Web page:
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The Resurgence of Restaurant Pop-Ups

How Crispy is returning for a third time to Krog Street Market by taking advantage of Ticonderoga Club’s “Never Wednesday” policy. This pop-up partnership is a perfect example of the mutually beneficial business tactic that also provides a sense of excitement for customers. These three factors are leading to another rise in popularity for restaurant & food pop-ups. I explain in more detail how pop-ups not only help smaller businesses, but also the more established business through creative collaborations below.

Restaurant pop-ups, or temporary openings, are nothing new in the food world, but they are rising in popularity once again as a creative tactic to help businesses survive the hardships of 2020. This resurgence is made capable by the rare instance of equally beneficial outcomes for both parties involved. Pop-ups allow established businesses with off days, or a lack of business(whether mandated by lockdowns or otherwise) the ability to offer their space to a smaller business willing to pay a price for the day. Take Ticonderoga Club’s “Never Wednesday” policy that allows them to remain closed every Wednesday. They’ve now offered it to How Crispy’s team on a semi-regular basis to help provide the public with amazing chicken sandwiches on a day where the restaurant would usually be closed.

How Crispy also benefits from this partnership greatly as well by having a physical location to sell their goods while also keeping their overhead relatively low. Obtaining and maintaining a brick and mortar location is one of the hardest parts of the restaurant industry that causes new businesses to usually close within one year of their opening. Pop-ups allow smaller businesses to gain a following and regular clientele without having to simultaneously make enough profit to pay rent every month. This method can lead to better longevity for newer businesses by providing a steady revenue and notoriety before the need for a lease. What makes food pop-ups interesting though is the third factor of how customers interact with something that is limited and new.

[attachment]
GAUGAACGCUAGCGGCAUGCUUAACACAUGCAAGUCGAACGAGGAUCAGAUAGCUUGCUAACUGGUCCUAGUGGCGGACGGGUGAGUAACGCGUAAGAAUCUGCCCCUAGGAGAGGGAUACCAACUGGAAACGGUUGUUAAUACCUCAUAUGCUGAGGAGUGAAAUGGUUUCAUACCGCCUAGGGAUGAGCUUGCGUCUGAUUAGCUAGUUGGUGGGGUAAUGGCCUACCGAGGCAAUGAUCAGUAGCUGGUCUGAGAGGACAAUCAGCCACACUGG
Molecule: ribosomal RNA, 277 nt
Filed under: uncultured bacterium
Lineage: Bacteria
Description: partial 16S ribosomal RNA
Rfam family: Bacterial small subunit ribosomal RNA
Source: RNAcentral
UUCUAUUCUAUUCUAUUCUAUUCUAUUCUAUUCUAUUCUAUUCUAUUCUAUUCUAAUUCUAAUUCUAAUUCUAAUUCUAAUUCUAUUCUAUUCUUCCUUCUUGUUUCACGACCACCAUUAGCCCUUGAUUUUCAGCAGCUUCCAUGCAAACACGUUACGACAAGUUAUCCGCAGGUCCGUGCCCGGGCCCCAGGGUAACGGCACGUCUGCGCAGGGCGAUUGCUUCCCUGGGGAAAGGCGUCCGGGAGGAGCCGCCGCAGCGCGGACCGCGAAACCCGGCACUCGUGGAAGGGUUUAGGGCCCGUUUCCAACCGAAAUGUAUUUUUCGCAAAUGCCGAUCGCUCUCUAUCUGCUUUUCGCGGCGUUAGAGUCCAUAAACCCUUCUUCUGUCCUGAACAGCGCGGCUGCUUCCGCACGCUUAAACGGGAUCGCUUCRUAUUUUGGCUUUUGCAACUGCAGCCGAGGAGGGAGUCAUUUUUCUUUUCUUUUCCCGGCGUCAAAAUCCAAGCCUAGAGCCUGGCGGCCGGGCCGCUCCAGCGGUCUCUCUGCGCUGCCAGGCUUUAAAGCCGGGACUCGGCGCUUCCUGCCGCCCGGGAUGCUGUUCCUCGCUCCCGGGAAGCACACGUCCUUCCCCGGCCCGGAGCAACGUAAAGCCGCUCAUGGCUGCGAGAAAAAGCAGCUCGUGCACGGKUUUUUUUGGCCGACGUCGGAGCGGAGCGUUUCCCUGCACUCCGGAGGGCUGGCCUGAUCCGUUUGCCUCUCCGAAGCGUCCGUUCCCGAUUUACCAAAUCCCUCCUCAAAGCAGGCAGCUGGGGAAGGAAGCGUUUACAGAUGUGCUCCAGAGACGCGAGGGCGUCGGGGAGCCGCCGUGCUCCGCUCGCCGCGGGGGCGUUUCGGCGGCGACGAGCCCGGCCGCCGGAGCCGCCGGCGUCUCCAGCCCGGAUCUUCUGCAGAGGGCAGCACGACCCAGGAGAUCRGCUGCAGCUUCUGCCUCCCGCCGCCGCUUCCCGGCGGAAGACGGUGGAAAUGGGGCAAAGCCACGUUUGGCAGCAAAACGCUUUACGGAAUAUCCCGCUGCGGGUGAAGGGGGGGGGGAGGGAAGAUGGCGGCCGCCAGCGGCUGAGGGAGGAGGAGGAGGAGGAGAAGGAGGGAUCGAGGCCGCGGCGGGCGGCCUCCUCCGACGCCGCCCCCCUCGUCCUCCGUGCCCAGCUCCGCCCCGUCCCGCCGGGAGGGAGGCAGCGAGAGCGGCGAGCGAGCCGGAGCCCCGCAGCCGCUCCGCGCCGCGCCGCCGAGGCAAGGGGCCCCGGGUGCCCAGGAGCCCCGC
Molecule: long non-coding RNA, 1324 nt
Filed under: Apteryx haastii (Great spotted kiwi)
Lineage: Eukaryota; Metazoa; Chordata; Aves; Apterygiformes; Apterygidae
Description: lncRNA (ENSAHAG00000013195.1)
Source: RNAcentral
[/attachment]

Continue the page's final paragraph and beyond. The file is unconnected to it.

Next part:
People are driven by the new and exciting, even before the time of covid and lockdowns. The possibility of missing out is what led to the rise of modern sneaker culture and the resell market, and is even more profound when coupled with something that can’t possibly be resold(insanity withstanding). Therefore when news comes out that something limited is coming to Krog Street Market on a random Wednesday, someone who may not usually venture out on those particular days may change their routine to experience something that they may otherwise miss. The same way collaboration adds excitement to a streetwear brand’s fans, it can also lead to excitement for people looking to spice up their choice of food for the day.

I personally hope that other businesses follow suit, and allow more upstart businesses the ability to reach the masses through their spaces. Because no matter how things go in the future, everyone has to eat, but it is a little better when everyone gets to try new things and add excitement in any way. We will definitely need it. Thanks for reading.

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